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Lessons Learned through COVID-19

Can you believe there is only one term left of 2020?

This extraordinary year has seen a global pandemic cause the largest disruption to our education system in history. It is natural to feel worried about all that our students have lost and missed out on so far this year. But what if we chose to focus on the lessons learned through COVID-19 rather than the lessons lost?

Review, reinvent and re-imagine

The pandemic has provided us all with a giant button to either ‘pause’ or ‘reset’. As schools and offices have shut across the country, we have quickly adapted with new tools and ways of working. Teachers have learned to skilfully facilitate online learning and to connect with their students via digital classrooms. Parents have adjusted to their new roles working from home whilst supervising their children’s schooling. We have all learned to step back, consider our purpose and to innovate with intention. Such innovation will be long lasting. We will not simply return to the ways we lived and worked before.

Appreciate moments of every day joy

Life in lockdown has enhanced our gratitude for small, every day pleasures. Time spent singing, dancing, painting, drawing, watching a movie, listening to music, doing a puzzle and working on a craft project has brought us relief, distraction and happiness. Arts activities can encourage us to be mindful, to slow down and to feel relaxed. They make us smile and feel connected to our humanity. The global pandemic has taught us to notice and savour these everyday moments of making and responding with creativity and joy.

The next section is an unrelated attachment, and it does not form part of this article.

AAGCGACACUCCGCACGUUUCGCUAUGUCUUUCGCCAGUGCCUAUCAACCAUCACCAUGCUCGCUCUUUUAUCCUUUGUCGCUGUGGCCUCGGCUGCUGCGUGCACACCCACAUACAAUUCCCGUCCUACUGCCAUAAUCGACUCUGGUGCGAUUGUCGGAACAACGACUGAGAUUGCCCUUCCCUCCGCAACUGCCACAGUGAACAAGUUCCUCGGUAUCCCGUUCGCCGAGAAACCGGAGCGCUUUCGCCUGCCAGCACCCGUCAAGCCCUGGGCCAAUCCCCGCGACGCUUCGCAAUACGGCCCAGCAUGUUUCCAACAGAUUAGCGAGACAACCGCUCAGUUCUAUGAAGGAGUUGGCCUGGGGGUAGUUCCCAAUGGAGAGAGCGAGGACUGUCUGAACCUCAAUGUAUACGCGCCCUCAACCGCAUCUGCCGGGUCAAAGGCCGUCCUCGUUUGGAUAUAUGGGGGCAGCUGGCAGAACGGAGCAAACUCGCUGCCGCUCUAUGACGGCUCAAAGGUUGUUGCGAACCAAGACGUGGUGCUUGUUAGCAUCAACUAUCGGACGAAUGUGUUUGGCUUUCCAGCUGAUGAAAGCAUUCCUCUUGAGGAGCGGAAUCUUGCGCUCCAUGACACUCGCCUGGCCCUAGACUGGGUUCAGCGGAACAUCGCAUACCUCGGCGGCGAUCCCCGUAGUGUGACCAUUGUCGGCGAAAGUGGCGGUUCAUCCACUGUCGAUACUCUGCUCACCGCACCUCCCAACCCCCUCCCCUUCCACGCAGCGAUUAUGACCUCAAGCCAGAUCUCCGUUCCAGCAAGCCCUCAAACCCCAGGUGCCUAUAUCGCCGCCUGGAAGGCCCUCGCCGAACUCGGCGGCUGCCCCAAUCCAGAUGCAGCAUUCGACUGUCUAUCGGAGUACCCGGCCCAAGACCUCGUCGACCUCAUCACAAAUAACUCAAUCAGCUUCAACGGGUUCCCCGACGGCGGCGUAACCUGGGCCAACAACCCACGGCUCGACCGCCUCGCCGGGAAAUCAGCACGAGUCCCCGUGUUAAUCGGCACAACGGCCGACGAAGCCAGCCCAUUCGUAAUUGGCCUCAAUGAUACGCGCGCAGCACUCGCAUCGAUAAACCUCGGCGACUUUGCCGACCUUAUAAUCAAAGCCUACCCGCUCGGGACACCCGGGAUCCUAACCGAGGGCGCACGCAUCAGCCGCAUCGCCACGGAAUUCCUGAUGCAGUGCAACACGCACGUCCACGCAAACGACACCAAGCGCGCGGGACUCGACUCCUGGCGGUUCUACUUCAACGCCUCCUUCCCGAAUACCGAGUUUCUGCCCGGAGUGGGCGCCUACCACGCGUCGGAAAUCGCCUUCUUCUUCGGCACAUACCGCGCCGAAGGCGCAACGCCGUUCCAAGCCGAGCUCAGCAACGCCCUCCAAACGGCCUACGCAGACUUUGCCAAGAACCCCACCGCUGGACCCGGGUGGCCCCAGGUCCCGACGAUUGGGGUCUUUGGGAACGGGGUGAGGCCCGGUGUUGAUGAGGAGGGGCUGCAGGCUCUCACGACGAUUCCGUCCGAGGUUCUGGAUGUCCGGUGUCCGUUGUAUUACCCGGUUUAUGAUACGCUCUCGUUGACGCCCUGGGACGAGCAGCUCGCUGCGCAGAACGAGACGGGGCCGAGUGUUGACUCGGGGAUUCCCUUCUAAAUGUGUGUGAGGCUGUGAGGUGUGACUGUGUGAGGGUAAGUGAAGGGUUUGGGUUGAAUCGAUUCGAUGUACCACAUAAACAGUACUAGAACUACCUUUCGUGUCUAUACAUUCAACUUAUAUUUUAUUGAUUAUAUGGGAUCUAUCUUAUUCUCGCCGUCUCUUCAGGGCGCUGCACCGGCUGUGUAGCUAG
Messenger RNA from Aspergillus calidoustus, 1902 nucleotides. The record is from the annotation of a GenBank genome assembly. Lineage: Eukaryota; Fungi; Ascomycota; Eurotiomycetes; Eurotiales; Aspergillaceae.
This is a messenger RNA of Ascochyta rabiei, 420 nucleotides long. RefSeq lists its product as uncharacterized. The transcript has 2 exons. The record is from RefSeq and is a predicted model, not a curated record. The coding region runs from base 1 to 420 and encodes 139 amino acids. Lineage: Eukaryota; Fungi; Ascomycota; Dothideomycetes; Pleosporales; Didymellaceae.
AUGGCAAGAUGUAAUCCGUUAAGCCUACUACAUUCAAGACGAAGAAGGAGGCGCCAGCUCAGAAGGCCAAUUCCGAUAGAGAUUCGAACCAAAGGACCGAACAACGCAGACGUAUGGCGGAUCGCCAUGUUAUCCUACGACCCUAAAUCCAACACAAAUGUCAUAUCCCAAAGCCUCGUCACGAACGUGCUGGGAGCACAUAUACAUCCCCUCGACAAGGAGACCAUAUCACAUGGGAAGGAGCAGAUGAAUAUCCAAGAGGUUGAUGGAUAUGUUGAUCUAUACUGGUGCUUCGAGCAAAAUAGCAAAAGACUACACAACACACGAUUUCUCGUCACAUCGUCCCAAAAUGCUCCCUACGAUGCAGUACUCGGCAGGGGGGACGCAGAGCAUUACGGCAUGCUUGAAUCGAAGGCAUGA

Value our connections to each other

Physically distanced from those that we care about, we have had to learn new ways to connect and communicate. Text messages, phone calls and online catch-ups have taken on new meaning. We no longer take for granted the privilege of teaching students face-to-face in the classroom where we can create and make music in time and space together. We now appreciate that schools are more than just places where we learn, they are communities of strength, connection and healing.

Place well-being at the centre

We have always known that schools play a vital role in supporting the well-being of young people. This has become a central focus as we seek to support students to feel safe, resilient, re-connected and re-engaged with learning on their return to school.

Arts programs provide teachers with opportunities to explore social and emotional learning with their students. Musical ensembles can support students to develop social skills, drama games can support students to develop confidence and resilience, art making can support students to express their feelings in new ways, and dance activities can help students to feel physically fit and in tune with their bodies.

Dolly Parton once sung that ‘storms make trees take deeper roots’. Though these unprecedented times have challenged us, they have also helped us to discover new learning and to rethink who we are and what we value. As we approach Term Four, let’s celebrate our ‘deeper roots’ and apply our new learning with resilience, optimism and renewed hope for the future.

Elise Hopkins

National Arts Learning Manager, The Song Room


If you would like The Song Room in your school in 2021, now is the time to get in touch.

Call Simone Carrodus on 0413 233 665, email, or fill our an EOI here.


As published in EducationHQ on 14 October. 

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